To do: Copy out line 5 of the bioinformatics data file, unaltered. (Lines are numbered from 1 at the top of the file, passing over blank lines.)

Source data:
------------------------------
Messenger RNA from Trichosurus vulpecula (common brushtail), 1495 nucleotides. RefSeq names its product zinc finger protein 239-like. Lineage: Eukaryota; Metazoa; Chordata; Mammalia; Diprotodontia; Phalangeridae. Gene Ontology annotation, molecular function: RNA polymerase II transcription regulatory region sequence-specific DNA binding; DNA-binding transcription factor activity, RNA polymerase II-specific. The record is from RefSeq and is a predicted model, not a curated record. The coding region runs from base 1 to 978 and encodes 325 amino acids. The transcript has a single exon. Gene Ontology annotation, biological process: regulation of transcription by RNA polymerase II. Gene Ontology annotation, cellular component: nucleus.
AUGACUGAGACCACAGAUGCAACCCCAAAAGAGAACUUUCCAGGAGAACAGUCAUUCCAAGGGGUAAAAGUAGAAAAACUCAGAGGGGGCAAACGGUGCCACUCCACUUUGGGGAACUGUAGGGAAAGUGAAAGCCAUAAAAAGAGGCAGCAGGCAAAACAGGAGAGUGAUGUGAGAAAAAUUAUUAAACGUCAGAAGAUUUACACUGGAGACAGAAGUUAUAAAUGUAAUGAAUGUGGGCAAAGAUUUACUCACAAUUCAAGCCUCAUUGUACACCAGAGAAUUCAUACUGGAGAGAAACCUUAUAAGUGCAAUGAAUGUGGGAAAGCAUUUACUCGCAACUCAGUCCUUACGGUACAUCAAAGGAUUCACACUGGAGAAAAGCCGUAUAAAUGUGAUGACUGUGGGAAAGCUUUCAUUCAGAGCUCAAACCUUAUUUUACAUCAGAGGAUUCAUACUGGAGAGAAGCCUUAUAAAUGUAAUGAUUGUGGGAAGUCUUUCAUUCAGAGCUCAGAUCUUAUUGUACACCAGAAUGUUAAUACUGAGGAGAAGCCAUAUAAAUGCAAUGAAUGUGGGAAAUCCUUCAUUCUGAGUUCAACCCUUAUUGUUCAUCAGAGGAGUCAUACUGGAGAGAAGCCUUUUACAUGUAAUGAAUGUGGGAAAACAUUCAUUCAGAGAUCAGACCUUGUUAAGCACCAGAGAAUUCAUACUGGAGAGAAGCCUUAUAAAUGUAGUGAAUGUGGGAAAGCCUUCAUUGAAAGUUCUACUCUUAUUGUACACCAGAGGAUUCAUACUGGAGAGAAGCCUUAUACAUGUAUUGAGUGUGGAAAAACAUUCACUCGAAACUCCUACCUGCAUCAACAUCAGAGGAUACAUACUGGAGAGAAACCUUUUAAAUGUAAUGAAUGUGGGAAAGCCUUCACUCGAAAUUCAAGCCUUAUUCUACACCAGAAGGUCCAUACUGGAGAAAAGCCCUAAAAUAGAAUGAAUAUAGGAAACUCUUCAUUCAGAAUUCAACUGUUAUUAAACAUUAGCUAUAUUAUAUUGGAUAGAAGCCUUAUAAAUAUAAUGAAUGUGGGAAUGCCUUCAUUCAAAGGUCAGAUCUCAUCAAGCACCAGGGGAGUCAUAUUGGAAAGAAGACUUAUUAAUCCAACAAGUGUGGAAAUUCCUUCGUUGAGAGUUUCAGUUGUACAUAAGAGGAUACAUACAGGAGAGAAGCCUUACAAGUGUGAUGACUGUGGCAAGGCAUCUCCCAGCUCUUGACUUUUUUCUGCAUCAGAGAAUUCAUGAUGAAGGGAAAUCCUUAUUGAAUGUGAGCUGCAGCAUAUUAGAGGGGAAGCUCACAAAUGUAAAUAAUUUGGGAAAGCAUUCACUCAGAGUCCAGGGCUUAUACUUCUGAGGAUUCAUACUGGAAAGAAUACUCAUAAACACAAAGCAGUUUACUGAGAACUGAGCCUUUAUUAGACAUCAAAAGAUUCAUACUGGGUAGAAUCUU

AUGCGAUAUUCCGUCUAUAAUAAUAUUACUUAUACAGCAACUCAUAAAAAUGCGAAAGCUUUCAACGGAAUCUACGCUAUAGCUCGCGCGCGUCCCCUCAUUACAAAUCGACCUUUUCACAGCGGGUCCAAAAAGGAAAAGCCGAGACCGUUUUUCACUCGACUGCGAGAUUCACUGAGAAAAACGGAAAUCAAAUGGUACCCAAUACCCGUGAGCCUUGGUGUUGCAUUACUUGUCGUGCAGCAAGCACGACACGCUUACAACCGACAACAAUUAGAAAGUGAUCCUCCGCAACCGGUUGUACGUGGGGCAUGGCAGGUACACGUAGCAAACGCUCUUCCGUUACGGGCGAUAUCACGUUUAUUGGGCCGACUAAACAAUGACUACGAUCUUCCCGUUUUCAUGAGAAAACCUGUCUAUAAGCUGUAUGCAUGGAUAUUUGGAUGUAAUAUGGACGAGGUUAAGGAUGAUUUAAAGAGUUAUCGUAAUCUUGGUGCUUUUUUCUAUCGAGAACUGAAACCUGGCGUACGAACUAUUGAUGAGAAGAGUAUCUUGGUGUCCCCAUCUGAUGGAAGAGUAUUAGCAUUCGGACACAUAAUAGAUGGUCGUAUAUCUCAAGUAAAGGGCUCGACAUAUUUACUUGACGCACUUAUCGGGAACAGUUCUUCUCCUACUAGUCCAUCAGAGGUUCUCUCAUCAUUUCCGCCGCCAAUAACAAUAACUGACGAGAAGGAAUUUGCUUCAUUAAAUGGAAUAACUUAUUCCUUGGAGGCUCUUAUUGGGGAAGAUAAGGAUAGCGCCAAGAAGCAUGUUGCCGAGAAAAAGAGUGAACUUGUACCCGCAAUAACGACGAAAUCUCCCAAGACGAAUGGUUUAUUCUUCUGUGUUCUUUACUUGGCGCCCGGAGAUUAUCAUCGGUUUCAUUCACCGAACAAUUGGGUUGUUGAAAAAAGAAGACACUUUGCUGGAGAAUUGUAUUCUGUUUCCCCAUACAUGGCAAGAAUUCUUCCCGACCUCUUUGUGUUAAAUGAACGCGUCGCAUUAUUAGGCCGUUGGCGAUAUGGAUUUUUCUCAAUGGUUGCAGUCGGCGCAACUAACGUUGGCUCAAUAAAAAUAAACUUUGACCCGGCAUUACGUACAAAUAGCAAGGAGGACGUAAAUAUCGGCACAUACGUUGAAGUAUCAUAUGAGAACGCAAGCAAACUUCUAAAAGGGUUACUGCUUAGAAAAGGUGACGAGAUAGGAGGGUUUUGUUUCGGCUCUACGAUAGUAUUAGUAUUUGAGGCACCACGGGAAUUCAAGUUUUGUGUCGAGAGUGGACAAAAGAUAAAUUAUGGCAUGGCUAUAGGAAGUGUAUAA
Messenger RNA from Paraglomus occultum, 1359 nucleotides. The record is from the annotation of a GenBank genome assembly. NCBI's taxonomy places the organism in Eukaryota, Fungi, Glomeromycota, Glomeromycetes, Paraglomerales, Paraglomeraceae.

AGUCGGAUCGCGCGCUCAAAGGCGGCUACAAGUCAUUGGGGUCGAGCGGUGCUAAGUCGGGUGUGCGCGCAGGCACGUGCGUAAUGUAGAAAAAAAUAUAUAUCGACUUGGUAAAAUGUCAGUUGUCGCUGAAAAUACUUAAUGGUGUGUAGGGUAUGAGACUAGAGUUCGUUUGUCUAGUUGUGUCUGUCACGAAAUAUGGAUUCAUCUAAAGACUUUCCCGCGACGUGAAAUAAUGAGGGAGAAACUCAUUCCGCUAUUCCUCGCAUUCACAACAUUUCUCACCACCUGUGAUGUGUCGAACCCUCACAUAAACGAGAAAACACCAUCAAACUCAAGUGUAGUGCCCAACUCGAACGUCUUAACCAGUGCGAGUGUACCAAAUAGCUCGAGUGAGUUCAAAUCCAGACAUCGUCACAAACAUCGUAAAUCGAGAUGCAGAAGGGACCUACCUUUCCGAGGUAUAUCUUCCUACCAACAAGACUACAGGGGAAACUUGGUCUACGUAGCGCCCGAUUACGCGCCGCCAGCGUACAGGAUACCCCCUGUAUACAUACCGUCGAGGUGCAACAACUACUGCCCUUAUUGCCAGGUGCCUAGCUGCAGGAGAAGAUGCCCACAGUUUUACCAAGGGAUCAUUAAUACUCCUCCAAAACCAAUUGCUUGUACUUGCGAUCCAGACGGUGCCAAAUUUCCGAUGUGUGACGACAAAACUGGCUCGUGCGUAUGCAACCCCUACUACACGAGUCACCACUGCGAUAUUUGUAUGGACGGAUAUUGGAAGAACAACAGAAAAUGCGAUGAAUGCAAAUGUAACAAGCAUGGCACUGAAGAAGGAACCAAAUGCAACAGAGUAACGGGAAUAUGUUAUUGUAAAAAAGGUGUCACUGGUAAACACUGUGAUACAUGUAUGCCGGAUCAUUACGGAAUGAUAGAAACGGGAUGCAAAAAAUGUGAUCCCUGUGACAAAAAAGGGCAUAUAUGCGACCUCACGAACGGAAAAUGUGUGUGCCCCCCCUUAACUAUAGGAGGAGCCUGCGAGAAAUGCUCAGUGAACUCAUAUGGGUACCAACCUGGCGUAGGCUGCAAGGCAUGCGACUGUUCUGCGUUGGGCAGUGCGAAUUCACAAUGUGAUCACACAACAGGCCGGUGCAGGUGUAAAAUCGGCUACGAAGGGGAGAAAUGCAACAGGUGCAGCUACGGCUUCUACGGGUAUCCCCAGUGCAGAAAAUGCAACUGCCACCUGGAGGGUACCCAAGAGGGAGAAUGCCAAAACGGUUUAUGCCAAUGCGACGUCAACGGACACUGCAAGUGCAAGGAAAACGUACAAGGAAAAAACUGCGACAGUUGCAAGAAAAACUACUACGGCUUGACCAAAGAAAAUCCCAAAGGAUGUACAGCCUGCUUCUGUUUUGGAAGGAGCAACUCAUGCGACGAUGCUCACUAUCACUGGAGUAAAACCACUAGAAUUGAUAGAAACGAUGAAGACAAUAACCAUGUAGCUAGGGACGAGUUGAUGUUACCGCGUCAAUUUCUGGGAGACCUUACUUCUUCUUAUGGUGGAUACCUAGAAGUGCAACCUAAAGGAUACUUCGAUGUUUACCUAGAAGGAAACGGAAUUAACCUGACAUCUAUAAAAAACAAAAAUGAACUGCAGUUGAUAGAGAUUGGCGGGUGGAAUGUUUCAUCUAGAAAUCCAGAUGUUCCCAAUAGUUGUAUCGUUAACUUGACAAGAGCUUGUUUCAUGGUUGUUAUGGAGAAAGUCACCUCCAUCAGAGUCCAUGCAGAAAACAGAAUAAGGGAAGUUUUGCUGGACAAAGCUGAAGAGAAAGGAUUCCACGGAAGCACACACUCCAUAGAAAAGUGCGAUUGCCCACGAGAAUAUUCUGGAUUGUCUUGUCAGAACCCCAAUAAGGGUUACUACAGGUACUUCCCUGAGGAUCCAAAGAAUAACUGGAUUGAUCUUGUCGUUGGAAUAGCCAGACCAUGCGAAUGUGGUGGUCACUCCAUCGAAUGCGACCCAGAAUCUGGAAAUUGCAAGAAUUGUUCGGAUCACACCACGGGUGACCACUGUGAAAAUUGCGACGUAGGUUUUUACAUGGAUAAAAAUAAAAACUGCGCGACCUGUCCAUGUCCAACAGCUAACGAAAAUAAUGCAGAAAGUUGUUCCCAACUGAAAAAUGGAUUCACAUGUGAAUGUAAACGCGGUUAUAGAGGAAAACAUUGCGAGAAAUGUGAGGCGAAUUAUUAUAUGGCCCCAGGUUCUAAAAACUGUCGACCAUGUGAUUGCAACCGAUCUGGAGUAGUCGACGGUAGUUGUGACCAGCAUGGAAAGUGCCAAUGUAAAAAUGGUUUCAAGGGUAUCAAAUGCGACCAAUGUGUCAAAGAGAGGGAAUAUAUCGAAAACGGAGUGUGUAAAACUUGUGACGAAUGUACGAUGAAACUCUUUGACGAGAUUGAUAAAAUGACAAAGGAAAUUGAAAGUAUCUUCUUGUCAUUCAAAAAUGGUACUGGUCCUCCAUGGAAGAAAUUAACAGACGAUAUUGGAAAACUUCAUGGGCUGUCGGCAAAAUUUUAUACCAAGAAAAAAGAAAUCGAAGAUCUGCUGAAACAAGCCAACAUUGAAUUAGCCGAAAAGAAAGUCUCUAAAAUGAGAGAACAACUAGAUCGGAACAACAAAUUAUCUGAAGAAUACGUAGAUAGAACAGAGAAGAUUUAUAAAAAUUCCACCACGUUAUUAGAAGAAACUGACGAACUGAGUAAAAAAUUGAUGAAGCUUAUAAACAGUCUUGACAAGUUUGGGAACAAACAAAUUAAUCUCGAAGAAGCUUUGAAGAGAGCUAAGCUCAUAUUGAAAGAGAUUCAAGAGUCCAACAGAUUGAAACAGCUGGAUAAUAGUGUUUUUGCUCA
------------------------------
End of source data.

AGUCGGAUCGCGCGCUCAAAGGCGGCUACAAGUCAUUGGGGUCGAGCGGUGCUAAGUCGGGUGUGCGCGCAGGCACGUGCGUAAUGUAGAAAAAAAUAUAUAUCGACUUGGUAAAAUGUCAGUUGUCGCUGAAAAUACUUAAUGGUGUGUAGGGUAUGAGACUAGAGUUCGUUUGUCUAGUUGUGUCUGUCACGAAAUAUGGAUUCAUCUAAAGACUUUCCCGCGACGUGAAAUAAUGAGGGAGAAACUCAUUCCGCUAUUCCUCGCAUUCACAACAUUUCUCACCACCUGUGAUGUGUCGAACCCUCACAUAAACGAGAAAACACCAUCAAACUCAAGUGUAGUGCCCAACUCGAACGUCUUAACCAGUGCGAGUGUACCAAAUAGCUCGAGUGAGUUCAAAUCCAGACAUCGUCACAAACAUCGUAAAUCGAGAUGCAGAAGGGACCUACCUUUCCGAGGUAUAUCUUCCUACCAACAAGACUACAGGGGAAACUUGGUCUACGUAGCGCCCGAUUACGCGCCGCCAGCGUACAGGAUACCCCCUGUAUACAUACCGUCGAGGUGCAACAACUACUGCCCUUAUUGCCAGGUGCCUAGCUGCAGGAGAAGAUGCCCACAGUUUUACCAAGGGAUCAUUAAUACUCCUCCAAAACCAAUUGCUUGUACUUGCGAUCCAGACGGUGCCAAAUUUCCGAUGUGUGACGACAAAACUGGCUCGUGCGUAUGCAACCCCUACUACACGAGUCACCACUGCGAUAUUUGUAUGGACGGAUAUUGGAAGAACAACAGAAAAUGCGAUGAAUGCAAAUGUAACAAGCAUGGCACUGAAGAAGGAACCAAAUGCAACAGAGUAACGGGAAUAUGUUAUUGUAAAAAAGGUGUCACUGGUAAACACUGUGAUACAUGUAUGCCGGAUCAUUACGGAAUGAUAGAAACGGGAUGCAAAAAAUGUGAUCCCUGUGACAAAAAAGGGCAUAUAUGCGACCUCACGAACGGAAAAUGUGUGUGCCCCCCCUUAACUAUAGGAGGAGCCUGCGAGAAAUGCUCAGUGAACUCAUAUGGGUACCAACCUGGCGUAGGCUGCAAGGCAUGCGACUGUUCUGCGUUGGGCAGUGCGAAUUCACAAUGUGAUCACACAACAGGCCGGUGCAGGUGUAAAAUCGGCUACGAAGGGGAGAAAUGCAACAGGUGCAGCUACGGCUUCUACGGGUAUCCCCAGUGCAGAAAAUGCAACUGCCACCUGGAGGGUACCCAAGAGGGAGAAUGCCAAAACGGUUUAUGCCAAUGCGACGUCAACGGACACUGCAAGUGCAAGGAAAACGUACAAGGAAAAAACUGCGACAGUUGCAAGAAAAACUACUACGGCUUGACCAAAGAAAAUCCCAAAGGAUGUACAGCCUGCUUCUGUUUUGGAAGGAGCAACUCAUGCGACGAUGCUCACUAUCACUGGAGUAAAACCACUAGAAUUGAUAGAAACGAUGAAGACAAUAACCAUGUAGCUAGGGACGAGUUGAUGUUACCGCGUCAAUUUCUGGGAGACCUUACUUCUUCUUAUGGUGGAUACCUAGAAGUGCAACCUAAAGGAUACUUCGAUGUUUACCUAGAAGGAAACGGAAUUAACCUGACAUCUAUAAAAAACAAAAAUGAACUGCAGUUGAUAGAGAUUGGCGGGUGGAAUGUUUCAUCUAGAAAUCCAGAUGUUCCCAAUAGUUGUAUCGUUAACUUGACAAGAGCUUGUUUCAUGGUUGUUAUGGAGAAAGUCACCUCCAUCAGAGUCCAUGCAGAAAACAGAAUAAGGGAAGUUUUGCUGGACAAAGCUGAAGAGAAAGGAUUCCACGGAAGCACACACUCCAUAGAAAAGUGCGAUUGCCCACGAGAAUAUUCUGGAUUGUCUUGUCAGAACCCCAAUAAGGGUUACUACAGGUACUUCCCUGAGGAUCCAAAGAAUAACUGGAUUGAUCUUGUCGUUGGAAUAGCCAGACCAUGCGAAUGUGGUGGUCACUCCAUCGAAUGCGACCCAGAAUCUGGAAAUUGCAAGAAUUGUUCGGAUCACACCACGGGUGACCACUGUGAAAAUUGCGACGUAGGUUUUUACAUGGAUAAAAAUAAAAACUGCGCGACCUGUCCAUGUCCAACAGCUAACGAAAAUAAUGCAGAAAGUUGUUCCCAACUGAAAAAUGGAUUCACAUGUGAAUGUAAACGCGGUUAUAGAGGAAAACAUUGCGAGAAAUGUGAGGCGAAUUAUUAUAUGGCCCCAGGUUCUAAAAACUGUCGACCAUGUGAUUGCAACCGAUCUGGAGUAGUCGACGGUAGUUGUGACCAGCAUGGAAAGUGCCAAUGUAAAAAUGGUUUCAAGGGUAUCAAAUGCGACCAAUGUGUCAAAGAGAGGGAAUAUAUCGAAAACGGAGUGUGUAAAACUUGUGACGAAUGUACGAUGAAACUCUUUGACGAGAUUGAUAAAAUGACAAAGGAAAUUGAAAGUAUCUUCUUGUCAUUCAAAAAUGGUACUGGUCCUCCAUGGAAGAAAUUAACAGACGAUAUUGGAAAACUUCAUGGGCUGUCGGCAAAAUUUUAUACCAAGAAAAAAGAAAUCGAAGAUCUGCUGAAACAAGCCAACAUUGAAUUAGCCGAAAAGAAAGUCUCUAAAAUGAGAGAACAACUAGAUCGGAACAACAAAUUAUCUGAAGAAUACGUAGAUAGAACAGAGAAGAUUUAUAAAAAUUCCACCACGUUAUUAGAAGAAACUGACGAACUGAGUAAAAAAUUGAUGAAGCUUAUAAACAGUCUUGACAAGUUUGGGAACAAACAAAUUAAUCUCGAAGAAGCUUUGAAGAGAGCUAAGCUCAUAUUGAAAGAGAUUCAAGAGUCCAACAGAUUGAAACAGCUGGAUAAUAGUGUUUUUGCUCA